Some people like to have as many features as humanly possible. If there's room for another button or dial, they want to have it in there. Other people prefer to keep things as clean as possible and that's the market that is being targeted by the Microsoft Bluetooth Mobile Keyboard 6000. It boasts a compact size, a relatively simple design, super clean lines and it even comes with a number pad. Let's take a closer look!
Features and Highlights
Described as a "cool combo" on the official product page, the Bluetooth Mobile Keyboard 6000 is actually comprised of two parts. You get the main comfort curve keyboard and then there is a separate number pad for all your spreadsheet-creating needs. Both of these, as the name of the product implies, communicate with your computer via a wireless Bluetooth connection. Many notebooks, netbooks, and desktops come equipped with integrated Bluetooth these days, so that means that you can enjoy wireless freedom without dealing with a dongle. This is quite different from something like the Microsoft Wireless Desktop 3000, since that requires a dedicated USB transceiver.
Both components also come with an on/off switch and a battery status indicator. There is no battery meter, however, so you don't really know that you're running low on juice until you're almost completely out. Both components also cost $89.95 US as a pair which isn't such a bad deal considering that a certain "fruit" themed computer computer sells their small bluetooth keyboard for $69.99 US with no keypad and no ergnomic curve. This combo is backed up by Microsoft's 3 year warranty as well, further adding some value to the deal. It's also both Windows (including the latest "7") and Mac OSX compatible.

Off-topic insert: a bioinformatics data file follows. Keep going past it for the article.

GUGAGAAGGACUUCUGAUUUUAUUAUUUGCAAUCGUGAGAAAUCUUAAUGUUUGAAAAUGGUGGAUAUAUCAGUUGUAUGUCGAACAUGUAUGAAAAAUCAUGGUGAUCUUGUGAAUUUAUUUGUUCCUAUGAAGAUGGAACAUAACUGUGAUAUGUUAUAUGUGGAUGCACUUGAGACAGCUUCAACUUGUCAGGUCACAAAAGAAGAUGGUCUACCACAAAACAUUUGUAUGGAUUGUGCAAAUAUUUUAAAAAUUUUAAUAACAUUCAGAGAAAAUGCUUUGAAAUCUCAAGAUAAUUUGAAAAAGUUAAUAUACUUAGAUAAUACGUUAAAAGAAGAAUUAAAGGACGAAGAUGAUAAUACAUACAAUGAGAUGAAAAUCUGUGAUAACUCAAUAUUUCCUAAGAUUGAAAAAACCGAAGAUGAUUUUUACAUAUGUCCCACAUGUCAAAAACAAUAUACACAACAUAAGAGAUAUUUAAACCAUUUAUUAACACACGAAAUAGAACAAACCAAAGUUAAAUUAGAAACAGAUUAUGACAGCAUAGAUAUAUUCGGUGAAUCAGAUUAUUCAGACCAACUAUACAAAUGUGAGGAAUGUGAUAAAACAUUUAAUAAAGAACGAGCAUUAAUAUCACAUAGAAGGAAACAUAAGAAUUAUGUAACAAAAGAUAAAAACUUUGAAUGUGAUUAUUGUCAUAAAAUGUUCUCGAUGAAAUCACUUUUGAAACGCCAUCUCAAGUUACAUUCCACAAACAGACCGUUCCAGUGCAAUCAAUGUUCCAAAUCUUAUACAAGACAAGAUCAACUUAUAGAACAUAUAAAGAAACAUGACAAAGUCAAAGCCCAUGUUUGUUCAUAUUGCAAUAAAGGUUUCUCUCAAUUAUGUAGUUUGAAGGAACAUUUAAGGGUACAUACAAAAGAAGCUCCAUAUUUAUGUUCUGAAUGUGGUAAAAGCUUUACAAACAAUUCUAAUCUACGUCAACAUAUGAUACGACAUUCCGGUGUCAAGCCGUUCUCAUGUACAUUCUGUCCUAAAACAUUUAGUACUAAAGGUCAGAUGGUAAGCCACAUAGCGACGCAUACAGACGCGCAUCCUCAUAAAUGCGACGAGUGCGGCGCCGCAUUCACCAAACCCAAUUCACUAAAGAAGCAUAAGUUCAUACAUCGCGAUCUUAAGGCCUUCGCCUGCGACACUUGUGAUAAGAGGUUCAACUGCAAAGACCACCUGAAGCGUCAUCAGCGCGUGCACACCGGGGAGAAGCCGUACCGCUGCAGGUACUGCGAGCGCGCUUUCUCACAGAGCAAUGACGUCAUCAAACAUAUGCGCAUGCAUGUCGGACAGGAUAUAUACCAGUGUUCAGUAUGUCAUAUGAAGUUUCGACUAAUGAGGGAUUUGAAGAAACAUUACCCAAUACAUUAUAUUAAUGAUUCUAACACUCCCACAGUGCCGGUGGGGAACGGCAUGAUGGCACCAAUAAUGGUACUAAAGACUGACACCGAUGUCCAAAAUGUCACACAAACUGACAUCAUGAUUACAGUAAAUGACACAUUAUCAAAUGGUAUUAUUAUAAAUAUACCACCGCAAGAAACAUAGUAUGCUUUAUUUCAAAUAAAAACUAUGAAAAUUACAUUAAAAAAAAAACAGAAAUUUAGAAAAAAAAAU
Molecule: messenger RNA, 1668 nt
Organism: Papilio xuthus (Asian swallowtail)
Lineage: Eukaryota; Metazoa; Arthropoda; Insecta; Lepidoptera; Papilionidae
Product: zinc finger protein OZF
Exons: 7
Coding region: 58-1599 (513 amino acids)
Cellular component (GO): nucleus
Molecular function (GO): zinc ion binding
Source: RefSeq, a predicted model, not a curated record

Included Inside the Box
Opening the box, you'll find almost everything that you need to get started. If your computer already has integrated Bluetooth, as is the primary market for this particular unit, then you should have no trouble connecting wirelessly to the keyboard and numeric keypad. If you don't have Bluetooth, then you'll need to invest in a USB Bluetooth adapter.
Inside the box, you'll get the comfort curve keyboard, the separate numeric keypad, a carrying pouch for the numeric keypad (but not for the keyboard), basic documentation, and three AAA alkaline batteries. At some point, you'll probably want to swap out for some rechargeable batteries. The more you use it, the more batteries you'll need to replace and that's not so good for mother earth. You'll notice no software in the box as it runs off the drivers in the OS via a Bluetooth connection.
What you won't find inside is a wireless mouse. This is not meant to be a wireless desktop, per se, so you will need to provide a mouse of your own. All the frequent flyers in the audience probably already have a suitable notebook mouse in their bags, so this keyboard will help to complete the mobile package.